Kuper is the uninformed individual in this debate. I “confuse” male and female genital cutting because they are the same act: medically unnecessary genital cutting on a non-consenting individual. That’s not a complicated analysis to arrive at. A few minutes spent objectively considering the act of circumcision could get to that understanding, even if he was unwilling to accept the comparison.

A few more minutes spent researching female genital cutting would demonstrate that removing the clitoris is FGM, but FGM is actually a spectrum of offenses that involve surgical alteration of the female genitals. A quick trip to Google reveals the four recognized types. At least one type is no more damaging than male genital cutting, yet all non-medically-indicated female genital cutting is illegal in Western societies. If I am to be the person who is wrong in this debate, then Kuper must defend the position that legislative bans on all female genital cutting are too broadly defined.

He must also reject the Western liberal tradition of gender-neutral equality under the law, but I’ll accept one concession to facts and modernity if his ego can’t handle an honest, complete exploration of the topic.

There is no do-over in surgery.

I’m still catching up on some of the circumcision-related news items form the last few weeks. Sometimes, I step away from the topic for short periods to recharge my tolerance for the inevitable frustration that arises when considering the various ways the rights of the circumcised are ignored, and the manner in which every breathless proclamation seems to instill even more determination that every male will just love being surgically altered shortly after birth. Stepping away eliminates reduces the number of verbal tirades I feel compelled to unleash. I always come back, though.

This story, forwarded to me by a loyal reader who forwards me useful material that I too often fail to translate into entries, is worth mentioning. Now that I’m looking, I can find a few references to it, but most media seems to have ignored it. Probably because it directly challenges the cheerleading for infant circumcision in the recent past. Anyway, the gist:

A quarter of a century after the outbreak of Aids, the World Health Organisation (WHO) has accepted that the threat of a global heterosexual pandemic has disappeared.

In the first official admission that the universal prevention strategy promoted by the major Aids organisations may have been misdirected, Kevin de Cock, the head of the WHO’s department of HIV/Aids said there will be no generalised epidemic of Aids in the heterosexual population outside Africa.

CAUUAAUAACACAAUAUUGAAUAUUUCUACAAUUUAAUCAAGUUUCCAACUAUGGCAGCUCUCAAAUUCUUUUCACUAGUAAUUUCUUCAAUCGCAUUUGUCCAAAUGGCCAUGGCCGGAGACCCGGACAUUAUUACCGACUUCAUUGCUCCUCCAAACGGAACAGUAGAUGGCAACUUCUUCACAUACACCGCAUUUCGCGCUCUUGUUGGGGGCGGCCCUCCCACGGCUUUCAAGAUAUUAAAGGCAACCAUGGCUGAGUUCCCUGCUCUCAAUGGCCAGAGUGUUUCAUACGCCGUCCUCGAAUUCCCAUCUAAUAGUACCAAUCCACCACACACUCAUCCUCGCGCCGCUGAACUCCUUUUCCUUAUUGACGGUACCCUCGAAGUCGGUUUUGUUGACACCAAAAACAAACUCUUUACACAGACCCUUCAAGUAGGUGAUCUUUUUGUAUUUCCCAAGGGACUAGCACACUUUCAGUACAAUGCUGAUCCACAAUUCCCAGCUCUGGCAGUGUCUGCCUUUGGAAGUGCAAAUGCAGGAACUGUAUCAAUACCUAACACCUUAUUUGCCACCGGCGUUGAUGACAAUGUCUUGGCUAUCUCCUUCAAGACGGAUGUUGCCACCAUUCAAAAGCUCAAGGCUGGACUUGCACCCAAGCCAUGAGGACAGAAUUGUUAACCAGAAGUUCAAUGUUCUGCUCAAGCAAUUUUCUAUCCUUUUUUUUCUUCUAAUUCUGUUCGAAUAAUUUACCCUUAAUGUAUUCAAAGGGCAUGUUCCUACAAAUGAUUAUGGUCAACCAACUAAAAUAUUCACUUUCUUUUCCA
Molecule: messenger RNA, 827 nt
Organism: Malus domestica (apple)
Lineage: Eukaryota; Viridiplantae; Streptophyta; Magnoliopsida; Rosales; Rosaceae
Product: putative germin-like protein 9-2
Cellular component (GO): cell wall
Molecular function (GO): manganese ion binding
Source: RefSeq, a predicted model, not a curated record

This is the appropriate point to remind everyone – the unethical scientists at WHO specifically – that the recent research we’ve been bombarded with repeatedly for the last two years suggests that voluntary, adult male circumcision reduces the risk of HIV transmission from female-to-male through heterosexual intercourse. Those infants who’ve been circumcised in the mad rush to embrace fear unsupported by at least the anecdotal evidence any mildly observant individual in a Western society could pick up? Ooops. But, hey, women will dig it, so there’s that.

In case you think this might cause the media to apply any critical thinking to the way they’ve reported on circumcision, fret not, they’re fully prepared to let you down if you get optimistic. In the same article, this:

Critics of the global Aids strategy complain that vast sums are being spent educating people about the disease who are not at risk, when a far bigger impact could be achieved by targeting high-risk groups and focusing on interventions known to work, such as circumcision, which cuts the risk of infection by 60 per cent, and reducing the number of sexual partners.

Interventions known to work. Process that for a moment. It’s known to work¹ at reducing the risk of HIV transmission from female-to-male through heterosexual intercourse! Isn’t the point of this story to report on the possible exaggeration of an epidemic among heterosexuals? I can imagine the editorial review of this article. “Everyone, shake your pom poms with me. Give me a “C”! Give me an “I”! Give me an “R”! Give me a “C”!

I won’t put it in print, but I’m swearing right now.

¹ There is room to debate this, primarily on methodology. Another time, perhaps.

I don’t know, it’s a mystery.

I don’t buy the hype that rising oil prices signal the death of our economy, or even significant long-term harm. This isn’t silly denial. There will be consequences, and many of them will be economically painful. Such is the manner of change. But this is just another in the always present process of creative destruction. Because we’re intelligent, we will adapt. We did so in the late 1970s when we entered Peak Oil for the first time. We’ll somehow survive again.

That could’ve been the direction of Robert Samuelson’s latest column on the latest developments in oil prices and markets. It seems like he holds the seed for this opinion. Late in the essay: